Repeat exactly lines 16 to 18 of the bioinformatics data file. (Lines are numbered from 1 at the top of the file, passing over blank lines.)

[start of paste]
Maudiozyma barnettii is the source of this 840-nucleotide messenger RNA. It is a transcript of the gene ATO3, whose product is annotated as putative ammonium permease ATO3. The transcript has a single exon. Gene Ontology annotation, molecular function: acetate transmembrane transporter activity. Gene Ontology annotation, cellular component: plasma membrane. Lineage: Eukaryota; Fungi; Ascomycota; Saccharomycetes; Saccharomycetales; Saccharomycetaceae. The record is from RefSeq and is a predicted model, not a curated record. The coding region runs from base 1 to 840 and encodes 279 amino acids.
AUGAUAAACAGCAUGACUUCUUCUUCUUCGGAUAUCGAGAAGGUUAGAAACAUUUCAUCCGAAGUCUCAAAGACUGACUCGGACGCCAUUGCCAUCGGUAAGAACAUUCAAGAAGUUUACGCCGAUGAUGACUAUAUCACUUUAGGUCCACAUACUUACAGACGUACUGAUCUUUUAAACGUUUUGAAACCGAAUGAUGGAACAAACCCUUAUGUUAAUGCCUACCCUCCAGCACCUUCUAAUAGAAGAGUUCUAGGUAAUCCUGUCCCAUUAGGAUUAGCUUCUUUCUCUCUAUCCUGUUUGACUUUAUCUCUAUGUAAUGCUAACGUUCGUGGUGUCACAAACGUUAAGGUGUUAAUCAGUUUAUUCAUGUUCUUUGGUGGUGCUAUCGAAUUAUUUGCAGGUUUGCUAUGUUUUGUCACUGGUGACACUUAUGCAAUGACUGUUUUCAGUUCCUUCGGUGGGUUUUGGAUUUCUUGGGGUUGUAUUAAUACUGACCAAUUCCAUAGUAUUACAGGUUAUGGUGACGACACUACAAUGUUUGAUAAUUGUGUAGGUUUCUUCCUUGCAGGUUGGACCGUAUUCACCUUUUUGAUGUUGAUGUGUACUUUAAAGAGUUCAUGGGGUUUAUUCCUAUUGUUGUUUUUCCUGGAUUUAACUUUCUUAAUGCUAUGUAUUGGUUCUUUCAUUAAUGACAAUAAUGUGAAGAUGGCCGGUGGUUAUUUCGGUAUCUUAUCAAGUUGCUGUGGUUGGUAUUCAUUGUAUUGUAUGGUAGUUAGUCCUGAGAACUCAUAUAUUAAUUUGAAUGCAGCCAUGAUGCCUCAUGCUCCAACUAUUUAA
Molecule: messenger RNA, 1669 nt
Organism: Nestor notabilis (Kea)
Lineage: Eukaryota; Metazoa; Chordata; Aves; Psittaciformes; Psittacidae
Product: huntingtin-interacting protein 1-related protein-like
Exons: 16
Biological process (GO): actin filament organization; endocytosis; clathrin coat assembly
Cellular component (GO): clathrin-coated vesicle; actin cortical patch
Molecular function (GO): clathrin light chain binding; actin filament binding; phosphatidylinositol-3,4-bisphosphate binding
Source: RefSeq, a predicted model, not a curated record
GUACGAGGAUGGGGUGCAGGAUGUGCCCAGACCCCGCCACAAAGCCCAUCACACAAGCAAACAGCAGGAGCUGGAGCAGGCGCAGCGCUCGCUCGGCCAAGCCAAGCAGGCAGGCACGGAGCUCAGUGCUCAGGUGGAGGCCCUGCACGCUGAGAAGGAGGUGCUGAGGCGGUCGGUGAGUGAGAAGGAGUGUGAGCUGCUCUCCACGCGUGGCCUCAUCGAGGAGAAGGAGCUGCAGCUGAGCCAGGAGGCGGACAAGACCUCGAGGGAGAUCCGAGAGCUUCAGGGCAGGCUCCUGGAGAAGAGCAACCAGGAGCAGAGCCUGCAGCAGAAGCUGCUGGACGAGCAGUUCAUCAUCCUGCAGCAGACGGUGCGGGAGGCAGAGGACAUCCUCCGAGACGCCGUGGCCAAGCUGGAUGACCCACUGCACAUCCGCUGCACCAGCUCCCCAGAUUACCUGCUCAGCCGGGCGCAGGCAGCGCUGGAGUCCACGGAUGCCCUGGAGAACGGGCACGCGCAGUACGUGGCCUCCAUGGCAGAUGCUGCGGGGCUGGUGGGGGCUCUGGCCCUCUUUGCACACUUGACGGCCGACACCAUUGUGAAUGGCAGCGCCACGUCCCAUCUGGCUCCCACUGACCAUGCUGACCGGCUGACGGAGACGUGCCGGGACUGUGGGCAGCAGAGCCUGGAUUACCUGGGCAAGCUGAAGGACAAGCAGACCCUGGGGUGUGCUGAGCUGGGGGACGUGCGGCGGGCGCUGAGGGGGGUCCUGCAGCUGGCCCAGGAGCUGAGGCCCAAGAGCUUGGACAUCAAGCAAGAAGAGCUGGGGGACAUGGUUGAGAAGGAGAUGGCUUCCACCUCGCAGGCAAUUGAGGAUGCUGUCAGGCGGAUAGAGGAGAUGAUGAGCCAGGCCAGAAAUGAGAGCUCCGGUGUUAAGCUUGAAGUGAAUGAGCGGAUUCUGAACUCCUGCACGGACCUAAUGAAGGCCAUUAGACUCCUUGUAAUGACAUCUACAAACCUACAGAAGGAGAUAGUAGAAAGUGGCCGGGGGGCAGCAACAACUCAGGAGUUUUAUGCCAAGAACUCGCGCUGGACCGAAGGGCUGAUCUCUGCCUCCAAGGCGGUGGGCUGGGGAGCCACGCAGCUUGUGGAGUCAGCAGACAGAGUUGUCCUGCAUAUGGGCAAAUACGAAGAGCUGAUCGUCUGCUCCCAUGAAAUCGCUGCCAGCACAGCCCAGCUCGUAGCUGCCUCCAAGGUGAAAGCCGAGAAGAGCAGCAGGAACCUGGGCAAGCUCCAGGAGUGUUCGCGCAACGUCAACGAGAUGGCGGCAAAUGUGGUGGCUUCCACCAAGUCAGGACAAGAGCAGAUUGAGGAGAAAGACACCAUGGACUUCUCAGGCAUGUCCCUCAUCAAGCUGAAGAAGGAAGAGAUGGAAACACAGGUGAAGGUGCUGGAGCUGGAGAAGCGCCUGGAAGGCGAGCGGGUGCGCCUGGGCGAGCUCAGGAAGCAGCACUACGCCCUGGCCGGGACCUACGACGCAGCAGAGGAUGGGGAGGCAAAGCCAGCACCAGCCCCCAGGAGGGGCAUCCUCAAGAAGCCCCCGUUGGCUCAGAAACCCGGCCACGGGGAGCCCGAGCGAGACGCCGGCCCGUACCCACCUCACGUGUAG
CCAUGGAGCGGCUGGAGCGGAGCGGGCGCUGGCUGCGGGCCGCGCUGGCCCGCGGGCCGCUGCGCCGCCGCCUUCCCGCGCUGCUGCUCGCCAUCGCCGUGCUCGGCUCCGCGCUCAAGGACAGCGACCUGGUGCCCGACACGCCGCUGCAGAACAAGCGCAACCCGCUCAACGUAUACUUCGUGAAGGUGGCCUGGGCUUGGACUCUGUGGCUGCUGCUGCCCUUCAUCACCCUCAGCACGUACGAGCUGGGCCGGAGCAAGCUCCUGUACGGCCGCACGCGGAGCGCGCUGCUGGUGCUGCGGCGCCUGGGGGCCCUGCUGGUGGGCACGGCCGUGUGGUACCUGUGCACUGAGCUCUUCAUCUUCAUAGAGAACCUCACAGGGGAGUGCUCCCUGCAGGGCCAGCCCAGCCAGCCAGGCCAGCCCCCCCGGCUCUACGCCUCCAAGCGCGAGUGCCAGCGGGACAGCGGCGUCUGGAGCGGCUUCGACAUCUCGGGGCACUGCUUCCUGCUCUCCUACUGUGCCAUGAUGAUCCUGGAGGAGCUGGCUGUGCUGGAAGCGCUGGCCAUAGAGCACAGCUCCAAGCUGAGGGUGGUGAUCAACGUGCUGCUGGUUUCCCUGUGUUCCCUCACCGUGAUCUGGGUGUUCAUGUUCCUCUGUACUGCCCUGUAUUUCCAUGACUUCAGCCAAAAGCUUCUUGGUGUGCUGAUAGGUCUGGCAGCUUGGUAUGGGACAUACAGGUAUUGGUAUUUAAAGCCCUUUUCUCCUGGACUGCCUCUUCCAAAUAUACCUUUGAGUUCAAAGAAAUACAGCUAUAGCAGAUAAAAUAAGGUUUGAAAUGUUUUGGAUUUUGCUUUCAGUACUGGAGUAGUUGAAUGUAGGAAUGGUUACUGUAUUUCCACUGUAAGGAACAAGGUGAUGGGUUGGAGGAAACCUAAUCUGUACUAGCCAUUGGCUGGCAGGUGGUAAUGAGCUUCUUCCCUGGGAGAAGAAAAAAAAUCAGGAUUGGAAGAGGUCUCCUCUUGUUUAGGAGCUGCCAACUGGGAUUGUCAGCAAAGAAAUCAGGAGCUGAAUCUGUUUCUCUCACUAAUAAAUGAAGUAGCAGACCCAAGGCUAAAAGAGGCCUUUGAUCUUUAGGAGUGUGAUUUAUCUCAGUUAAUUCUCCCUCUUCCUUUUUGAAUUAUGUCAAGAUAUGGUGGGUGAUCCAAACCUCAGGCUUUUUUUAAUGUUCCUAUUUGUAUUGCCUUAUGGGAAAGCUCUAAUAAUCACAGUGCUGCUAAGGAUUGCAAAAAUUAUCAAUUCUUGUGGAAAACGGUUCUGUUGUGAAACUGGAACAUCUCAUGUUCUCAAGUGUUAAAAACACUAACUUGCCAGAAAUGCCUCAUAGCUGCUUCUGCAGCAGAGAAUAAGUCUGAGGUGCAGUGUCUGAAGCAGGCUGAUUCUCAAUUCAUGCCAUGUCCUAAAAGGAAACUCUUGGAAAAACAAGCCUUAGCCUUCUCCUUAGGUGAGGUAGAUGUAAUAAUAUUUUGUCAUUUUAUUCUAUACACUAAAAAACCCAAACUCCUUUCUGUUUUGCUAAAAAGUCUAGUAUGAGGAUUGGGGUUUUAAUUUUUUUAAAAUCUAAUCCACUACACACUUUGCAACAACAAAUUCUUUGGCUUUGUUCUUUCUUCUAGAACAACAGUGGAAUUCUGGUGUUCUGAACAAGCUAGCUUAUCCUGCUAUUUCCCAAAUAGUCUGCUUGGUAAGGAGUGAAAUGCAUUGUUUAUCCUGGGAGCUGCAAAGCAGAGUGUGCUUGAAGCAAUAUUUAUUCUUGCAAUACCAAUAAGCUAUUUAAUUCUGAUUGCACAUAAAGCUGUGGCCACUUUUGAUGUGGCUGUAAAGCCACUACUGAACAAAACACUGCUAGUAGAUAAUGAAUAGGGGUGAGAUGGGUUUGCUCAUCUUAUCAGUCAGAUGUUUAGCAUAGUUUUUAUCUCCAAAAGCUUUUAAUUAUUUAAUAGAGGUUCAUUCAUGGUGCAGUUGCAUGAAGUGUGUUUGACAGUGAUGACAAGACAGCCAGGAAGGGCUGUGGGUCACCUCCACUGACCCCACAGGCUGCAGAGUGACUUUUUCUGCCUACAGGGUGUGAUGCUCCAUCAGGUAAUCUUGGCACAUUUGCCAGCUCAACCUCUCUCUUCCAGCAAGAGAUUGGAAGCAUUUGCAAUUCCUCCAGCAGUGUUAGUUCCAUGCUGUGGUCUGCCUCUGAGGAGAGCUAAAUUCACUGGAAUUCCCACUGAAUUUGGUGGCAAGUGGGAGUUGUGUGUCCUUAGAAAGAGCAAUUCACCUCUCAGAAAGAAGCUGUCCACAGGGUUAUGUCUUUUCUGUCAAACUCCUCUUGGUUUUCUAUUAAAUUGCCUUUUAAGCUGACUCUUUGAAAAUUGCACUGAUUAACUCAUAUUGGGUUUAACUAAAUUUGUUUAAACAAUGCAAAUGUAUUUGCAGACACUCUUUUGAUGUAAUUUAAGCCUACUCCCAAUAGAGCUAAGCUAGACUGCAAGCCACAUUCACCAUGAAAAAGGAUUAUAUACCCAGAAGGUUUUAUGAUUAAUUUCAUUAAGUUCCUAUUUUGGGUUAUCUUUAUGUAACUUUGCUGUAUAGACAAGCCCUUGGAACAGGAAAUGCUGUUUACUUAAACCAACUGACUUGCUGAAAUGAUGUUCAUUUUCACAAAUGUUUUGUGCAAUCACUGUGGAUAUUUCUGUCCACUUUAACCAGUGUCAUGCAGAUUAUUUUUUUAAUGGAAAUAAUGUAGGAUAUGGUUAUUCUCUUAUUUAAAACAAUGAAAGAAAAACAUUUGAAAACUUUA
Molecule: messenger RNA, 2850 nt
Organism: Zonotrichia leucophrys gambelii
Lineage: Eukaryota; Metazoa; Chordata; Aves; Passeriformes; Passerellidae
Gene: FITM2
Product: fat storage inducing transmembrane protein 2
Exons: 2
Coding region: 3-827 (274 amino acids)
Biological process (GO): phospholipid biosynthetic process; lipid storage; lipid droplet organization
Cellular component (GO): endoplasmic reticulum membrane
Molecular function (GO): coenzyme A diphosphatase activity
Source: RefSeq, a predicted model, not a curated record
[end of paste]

Lineage: Eukaryota; Metazoa; Chordata; Aves; Passeriformes; Passerellidae
Gene: FITM2
Product: fat storage inducing transmembrane protein 2